Newbie asks, what media do you use for backups?

Discussion in 'backup, imaging & disk mgmt' started by allizomeniz, Nov 19, 2012.

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  1. allizomeniz

    allizomeniz Registered Member

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    I did my first backups the other night with some DVDs but it was a horrible experience. I had to babysit it the whole time and keep changing disks. And with three computers to backup I ended up with nine disks to keep track of. Also, the disk drive on my laptop revved up so fast I thought it was gonna explode.

    So I'm curious, what's the best option? I'm thinking of just using a flash drive. That seems like a safe option since you can remove it from the computer when it's not in use, but I'm not sure if there are any downsides I don't know about.

    So, a couple of questions:

    1) What about flash drives?

    2) Can you create a new partition on the hard drive and backup to that (with Macrium Reflect), and is it secure to do it that way?

    Appreciate it. :)
     
  2. HAN

    HAN Registered Member

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    1. You can use flash drives. But I wouldn't recommend it unless you kept several of them and rotated your use between them. Flash drives just don't seem robust enough for critical, long term storage (at least not to me.) I own and have used gobs of them over the last few years and while I've had few failures, I don't use them for my imaging. I use portable USB hard drives. (If you decide to try using flash drives, make sure to test them by doing restores from them. All the images in the world don't mean anything if you can't restore from them.)

    2. Yes, but I would never recommend it. What if your hard drive dies? If it won't spin up to load the OS, it also wouldn't spin up to restore.
     
  3. Brian K

    Brian K Imaging Specialist

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    allizomeniz,

    DVDs are the worst choice. Slow and time intensive to use (you have to be there to swap discs) and their retention of data over the long term is unreliable.

    I'm with HAN, use HDs. Internal or external. My preference is a second internal HD with occasional copying of images to an external HD or to a HD in another computer.
     
  4. zfactor

    zfactor Registered Member

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    i agree with the slowness of them ... but if you get good media like ty or even better imo falcon pro discs you can be assured your data will be safe if you keep the discs from getting all scratched, out of the heat etc. i will keep a baseline image on falcon dvd-r's just to have a "extra" backup in case i have a issue with my backup drives. but only a baseline image. all others are kept on hdd's.
     
  5. allizomeniz

    allizomeniz Registered Member

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    It sounds like an external hard drive is the way to go. Has anyone used a Toshiba Canvio 3.0? I did some checking and that seems to be the one that's most available in my area and has the best price. I don't mind paying more for quality, but I don't want to overspend if I don't have to. Wal-Mart has the Toshiba and I love their easy return policy. :D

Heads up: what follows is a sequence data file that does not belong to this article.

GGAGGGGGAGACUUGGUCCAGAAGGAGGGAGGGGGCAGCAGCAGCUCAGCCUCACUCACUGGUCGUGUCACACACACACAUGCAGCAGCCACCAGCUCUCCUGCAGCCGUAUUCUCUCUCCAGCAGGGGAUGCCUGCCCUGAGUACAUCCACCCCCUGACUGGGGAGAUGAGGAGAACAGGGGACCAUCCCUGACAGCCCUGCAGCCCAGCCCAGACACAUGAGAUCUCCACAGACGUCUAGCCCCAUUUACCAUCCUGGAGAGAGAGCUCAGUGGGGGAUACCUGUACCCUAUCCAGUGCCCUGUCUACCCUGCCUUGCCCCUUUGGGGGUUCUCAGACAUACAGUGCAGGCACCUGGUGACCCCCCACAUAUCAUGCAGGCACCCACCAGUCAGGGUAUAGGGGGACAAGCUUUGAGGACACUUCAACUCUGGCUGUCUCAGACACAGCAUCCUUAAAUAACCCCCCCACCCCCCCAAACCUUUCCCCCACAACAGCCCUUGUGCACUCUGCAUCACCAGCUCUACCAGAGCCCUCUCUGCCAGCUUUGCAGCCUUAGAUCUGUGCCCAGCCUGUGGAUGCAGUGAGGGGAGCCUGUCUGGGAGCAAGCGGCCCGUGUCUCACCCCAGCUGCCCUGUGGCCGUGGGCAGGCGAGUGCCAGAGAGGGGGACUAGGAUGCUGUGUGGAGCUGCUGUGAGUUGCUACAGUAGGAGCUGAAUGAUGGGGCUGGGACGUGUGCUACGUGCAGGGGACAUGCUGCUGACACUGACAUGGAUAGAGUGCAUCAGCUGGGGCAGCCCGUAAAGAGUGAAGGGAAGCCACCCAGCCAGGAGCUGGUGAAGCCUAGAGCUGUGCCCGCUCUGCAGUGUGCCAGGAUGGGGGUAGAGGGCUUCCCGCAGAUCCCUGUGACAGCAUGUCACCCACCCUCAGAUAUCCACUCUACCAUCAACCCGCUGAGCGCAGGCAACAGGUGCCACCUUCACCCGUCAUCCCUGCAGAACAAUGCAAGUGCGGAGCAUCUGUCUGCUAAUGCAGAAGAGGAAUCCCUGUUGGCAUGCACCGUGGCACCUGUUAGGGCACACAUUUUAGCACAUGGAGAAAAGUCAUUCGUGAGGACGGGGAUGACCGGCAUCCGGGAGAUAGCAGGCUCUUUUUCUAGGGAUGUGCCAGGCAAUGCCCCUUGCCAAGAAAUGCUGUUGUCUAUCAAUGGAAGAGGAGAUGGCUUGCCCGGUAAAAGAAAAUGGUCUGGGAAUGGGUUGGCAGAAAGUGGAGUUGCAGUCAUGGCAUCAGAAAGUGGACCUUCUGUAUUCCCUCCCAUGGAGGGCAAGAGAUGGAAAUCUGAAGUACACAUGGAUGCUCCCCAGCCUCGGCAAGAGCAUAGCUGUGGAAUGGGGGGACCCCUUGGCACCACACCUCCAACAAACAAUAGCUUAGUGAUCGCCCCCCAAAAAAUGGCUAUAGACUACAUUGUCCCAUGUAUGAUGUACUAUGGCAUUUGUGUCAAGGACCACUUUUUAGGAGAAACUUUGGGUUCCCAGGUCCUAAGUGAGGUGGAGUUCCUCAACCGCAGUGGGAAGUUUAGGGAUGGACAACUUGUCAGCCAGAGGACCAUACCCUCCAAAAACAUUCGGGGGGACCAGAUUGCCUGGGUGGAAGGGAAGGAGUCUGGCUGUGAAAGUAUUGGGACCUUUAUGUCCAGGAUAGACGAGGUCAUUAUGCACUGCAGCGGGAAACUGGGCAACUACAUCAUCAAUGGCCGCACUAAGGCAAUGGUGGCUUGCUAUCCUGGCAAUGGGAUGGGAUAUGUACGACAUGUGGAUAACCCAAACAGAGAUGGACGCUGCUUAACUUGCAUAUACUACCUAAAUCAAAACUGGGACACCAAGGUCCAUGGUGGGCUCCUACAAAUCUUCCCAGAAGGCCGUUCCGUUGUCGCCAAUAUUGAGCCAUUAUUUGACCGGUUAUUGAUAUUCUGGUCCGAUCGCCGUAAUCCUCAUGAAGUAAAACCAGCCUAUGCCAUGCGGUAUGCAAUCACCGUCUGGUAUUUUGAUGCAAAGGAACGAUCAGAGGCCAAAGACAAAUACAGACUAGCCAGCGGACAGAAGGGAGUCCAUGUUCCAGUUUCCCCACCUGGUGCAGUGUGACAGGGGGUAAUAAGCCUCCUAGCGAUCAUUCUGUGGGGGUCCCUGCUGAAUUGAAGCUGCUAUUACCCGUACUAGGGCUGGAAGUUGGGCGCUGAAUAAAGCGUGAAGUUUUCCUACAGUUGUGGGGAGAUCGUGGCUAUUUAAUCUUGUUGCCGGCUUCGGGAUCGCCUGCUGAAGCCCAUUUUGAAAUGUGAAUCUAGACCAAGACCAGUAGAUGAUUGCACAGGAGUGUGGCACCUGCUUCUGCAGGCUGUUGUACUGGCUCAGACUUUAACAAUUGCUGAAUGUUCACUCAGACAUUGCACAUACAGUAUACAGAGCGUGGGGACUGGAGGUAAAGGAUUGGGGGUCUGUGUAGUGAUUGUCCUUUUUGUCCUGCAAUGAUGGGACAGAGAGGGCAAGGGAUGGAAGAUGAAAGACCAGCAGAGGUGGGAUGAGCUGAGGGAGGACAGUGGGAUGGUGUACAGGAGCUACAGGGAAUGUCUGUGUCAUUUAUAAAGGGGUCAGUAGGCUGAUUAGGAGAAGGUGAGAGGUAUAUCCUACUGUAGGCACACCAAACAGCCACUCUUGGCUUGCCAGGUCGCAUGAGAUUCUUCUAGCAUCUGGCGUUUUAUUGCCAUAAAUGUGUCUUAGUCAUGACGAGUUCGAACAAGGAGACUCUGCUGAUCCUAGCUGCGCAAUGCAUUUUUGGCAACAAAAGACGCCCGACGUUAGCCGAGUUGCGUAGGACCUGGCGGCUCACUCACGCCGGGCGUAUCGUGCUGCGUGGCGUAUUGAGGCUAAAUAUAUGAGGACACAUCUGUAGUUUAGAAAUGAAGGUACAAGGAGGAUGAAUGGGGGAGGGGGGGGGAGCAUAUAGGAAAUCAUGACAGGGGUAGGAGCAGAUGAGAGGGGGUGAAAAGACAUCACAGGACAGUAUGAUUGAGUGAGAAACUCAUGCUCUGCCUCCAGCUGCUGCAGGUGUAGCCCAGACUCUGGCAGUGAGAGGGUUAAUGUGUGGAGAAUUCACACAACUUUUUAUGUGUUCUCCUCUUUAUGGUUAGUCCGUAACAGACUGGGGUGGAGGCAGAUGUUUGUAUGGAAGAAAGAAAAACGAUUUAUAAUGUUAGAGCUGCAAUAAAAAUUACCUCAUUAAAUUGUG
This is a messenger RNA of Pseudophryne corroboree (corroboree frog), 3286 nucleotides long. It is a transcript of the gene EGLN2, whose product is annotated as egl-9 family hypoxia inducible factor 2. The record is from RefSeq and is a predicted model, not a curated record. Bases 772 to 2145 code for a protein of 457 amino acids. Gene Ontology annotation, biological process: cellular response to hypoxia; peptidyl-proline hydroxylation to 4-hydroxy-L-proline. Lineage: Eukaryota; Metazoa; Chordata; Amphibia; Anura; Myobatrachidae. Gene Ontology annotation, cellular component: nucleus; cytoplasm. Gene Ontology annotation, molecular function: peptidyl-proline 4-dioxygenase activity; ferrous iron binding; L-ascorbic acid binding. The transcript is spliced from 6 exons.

6. HAN

    HAN Registered Member

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    I like Toshiba's just fine. I own a couple. :D

    Just be sure to not run the built-in software bundled with the drive unless you really want to. The description for the drive on Walmart's link says it comes with NTI's Backup Now software. I prefer to choose my own backup software...
     
  7. allizomeniz

    allizomeniz Registered Member

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    Really appreciate the advice Han.

    Out of curiosity, is there some reason why I wouldn't be able to restore from a flash drive? I'm just curious why you said that. Has it ever happened to you?
     
  8. zfactor

    zfactor Registered Member

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    imo now that the toshibas are western digital made i wouldnt touch them anymore. i deal in computer parts everyday and i recently stopped stocking wd drives. it used to be opposite where seagate were the bad ones now i have FAR FAR less bad drives from seagate than wd any day of the week. i personally wouldtell you to go with one of the seagate backup plus 3.0 drives they are really awesome drives i sell a ton of them and have got only a couple back as defects out of prob 200+ we have sold already. also with seagate if you decide later to take the drive out of the enclosure and use it in a pc or laptop you dont have to worry about the drive not having the sata connecter like many of the wd drives that only have a usb connector soldered directly to the drive.
     
  9. zfactor

    zfactor Registered Member

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    flash drives are just not reliable enough to use as backup medium trust me. we see a ton of usb drive failures come in where people want us to try to get their info off of them i personally only buy some of the best ones out there for my own use and i have even had some of those die out of the blue.
     
  10. AaLF

    AaLF Registered Member

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    I always partition my HDD to Windows 7 alone & everything else in the next room. Its pretty rare for a HDD drive to die & lose all the data. I've always had the CDrive partition die for various reasons. The data partition just keeps on keeping on.
     
  11. chrisretusn

    chrisretusn Registered Member

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    I use other hard drives and also flash drives for backups. Examples:

    I have a second hard drive installed in my main use machine (also acts as a server) in which all backups are stored.